Energy Jobs Increasing at a Fast Pace

Shadows of engineers in the sunlight

In late June, the U.S. Department of Energy (DOE) released its “2022 U.S. Energy and Employment Report” (USEER), a comprehensive study designed to track and understand employment trends across the energy sector and within key energy technologies.

The 2022 USEER is based on surveys of approximately 33,000 private energy businesses, combined with public labor data, to produce estimates of employment and workforce characteristics.

The report noted that, despite economic uncertainty, the energy sector experienced positive job growth, increasing 4.0 percent from 2020 to 2021, outpacing overall U.S. employment, which climbed 2.8 percent in the same period. Overall, the total number of energy jobs increased, from 7.5 million in 2020 to more than 7.8 million in 2021, following a steep decline in 2020.

The USEER, originally launched in 2016, covers five major energy industries: Electric Power Generation; Motor Vehicles; Energy Efficiency; Transmission, Distribution, and Storage; and Fuels. The report noted that all industries, except for fuels, experienced net-positive job growth in 2021.

In terms of the sectors with the most notable job growth:

  • Energy efficiency jobs increased 2.7 percent, adding 57,741 new jobs.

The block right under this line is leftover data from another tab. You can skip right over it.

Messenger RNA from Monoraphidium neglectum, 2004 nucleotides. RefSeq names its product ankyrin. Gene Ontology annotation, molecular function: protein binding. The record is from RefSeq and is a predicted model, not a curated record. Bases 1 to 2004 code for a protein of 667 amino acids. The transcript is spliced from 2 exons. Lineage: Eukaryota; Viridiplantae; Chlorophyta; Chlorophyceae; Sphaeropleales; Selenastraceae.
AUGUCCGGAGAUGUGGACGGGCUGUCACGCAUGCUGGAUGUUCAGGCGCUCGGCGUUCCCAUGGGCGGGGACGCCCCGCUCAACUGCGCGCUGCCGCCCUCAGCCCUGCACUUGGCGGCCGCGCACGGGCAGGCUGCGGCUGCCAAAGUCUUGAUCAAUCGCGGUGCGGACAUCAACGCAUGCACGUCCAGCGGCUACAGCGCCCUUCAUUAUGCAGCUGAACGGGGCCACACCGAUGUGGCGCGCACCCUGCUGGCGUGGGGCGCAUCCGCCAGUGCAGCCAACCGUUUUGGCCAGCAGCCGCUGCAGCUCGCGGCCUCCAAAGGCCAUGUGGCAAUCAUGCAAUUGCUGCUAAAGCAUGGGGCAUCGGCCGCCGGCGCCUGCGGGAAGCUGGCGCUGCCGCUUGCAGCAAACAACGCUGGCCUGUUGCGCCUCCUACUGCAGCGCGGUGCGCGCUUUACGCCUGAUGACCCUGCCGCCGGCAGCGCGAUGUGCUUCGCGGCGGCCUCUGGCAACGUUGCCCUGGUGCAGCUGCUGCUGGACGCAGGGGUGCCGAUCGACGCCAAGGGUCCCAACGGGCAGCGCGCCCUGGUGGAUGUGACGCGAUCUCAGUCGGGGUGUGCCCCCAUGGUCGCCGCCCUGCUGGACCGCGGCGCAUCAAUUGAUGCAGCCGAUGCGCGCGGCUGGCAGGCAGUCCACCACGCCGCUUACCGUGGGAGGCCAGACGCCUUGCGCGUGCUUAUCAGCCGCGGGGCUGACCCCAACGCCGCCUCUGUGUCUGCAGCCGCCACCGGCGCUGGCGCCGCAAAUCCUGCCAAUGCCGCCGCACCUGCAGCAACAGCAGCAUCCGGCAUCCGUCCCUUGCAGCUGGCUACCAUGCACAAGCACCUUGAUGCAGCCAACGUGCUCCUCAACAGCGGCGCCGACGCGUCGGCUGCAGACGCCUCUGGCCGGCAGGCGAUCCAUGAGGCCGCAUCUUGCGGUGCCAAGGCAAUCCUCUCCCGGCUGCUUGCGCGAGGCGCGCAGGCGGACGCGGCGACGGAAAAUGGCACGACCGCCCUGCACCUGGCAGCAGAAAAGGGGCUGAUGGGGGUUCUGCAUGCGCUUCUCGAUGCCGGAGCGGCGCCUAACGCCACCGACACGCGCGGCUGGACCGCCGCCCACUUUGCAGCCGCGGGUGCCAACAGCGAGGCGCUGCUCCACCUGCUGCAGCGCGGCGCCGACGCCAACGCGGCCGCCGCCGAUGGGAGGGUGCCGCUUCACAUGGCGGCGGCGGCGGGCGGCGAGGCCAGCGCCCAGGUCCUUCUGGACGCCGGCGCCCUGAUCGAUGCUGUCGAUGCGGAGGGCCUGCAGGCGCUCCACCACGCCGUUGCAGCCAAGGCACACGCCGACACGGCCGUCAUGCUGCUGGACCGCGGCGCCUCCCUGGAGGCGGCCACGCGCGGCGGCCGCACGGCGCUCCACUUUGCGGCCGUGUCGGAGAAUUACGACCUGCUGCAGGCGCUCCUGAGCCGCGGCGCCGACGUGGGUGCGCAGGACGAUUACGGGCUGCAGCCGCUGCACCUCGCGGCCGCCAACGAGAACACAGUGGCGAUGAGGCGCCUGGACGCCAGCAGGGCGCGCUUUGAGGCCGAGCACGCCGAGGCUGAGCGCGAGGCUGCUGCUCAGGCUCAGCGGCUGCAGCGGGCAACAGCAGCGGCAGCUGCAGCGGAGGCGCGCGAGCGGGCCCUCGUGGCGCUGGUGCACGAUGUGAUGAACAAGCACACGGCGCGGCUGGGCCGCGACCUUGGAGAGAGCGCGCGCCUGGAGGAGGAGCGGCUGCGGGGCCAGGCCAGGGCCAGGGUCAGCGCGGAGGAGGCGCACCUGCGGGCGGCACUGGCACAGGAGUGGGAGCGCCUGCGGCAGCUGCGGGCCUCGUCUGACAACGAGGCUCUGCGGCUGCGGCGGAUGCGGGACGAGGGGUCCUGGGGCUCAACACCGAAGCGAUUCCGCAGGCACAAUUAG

• Hybrid electric vehicle jobs increased 19.7 percent, adding 23,577 new jobs.
  • Transmission, distribution, and storage jobs increased 1.9 percent, adding 22,779 new jobs.
  • Electric vehicle jobs increased 26.2 percent, adding 21,961 new jobs.
  • Solar energy jobs increased 5.4 percent, adding 17,212 new jobs.
  • Wind energy jobs increased 2.9 percent adding 3,347 new jobs.

The three states with the highest energy job growth numbers overall were Michigan, Texas, and California, with Michigan gaining 35,463 net jobs, Texas gaining 30,903, and California gaining 29,429.

West Virginia and Pennsylvania added the most jobs in Transmission, Distribution, and Storage, gaining 7,321 and 5,726 new jobs, respectively.

The report also noted that the energy workforce has a higher concentration of veterans than the U.S. workforce average (9 percent vs. 6 percent).

“The USEER demonstrates that achieving an equitable transition to a net-zero emissions economy-wide by 2050, with a diverse workforce, will require additional public and private investments in the clean energy sector,” added the report. “It will also require commitment from industry to support workers, by creating stable and secure good-paying jobs and investing in education and training programs to help workers, of all backgrounds, advance their clean energy careers.”



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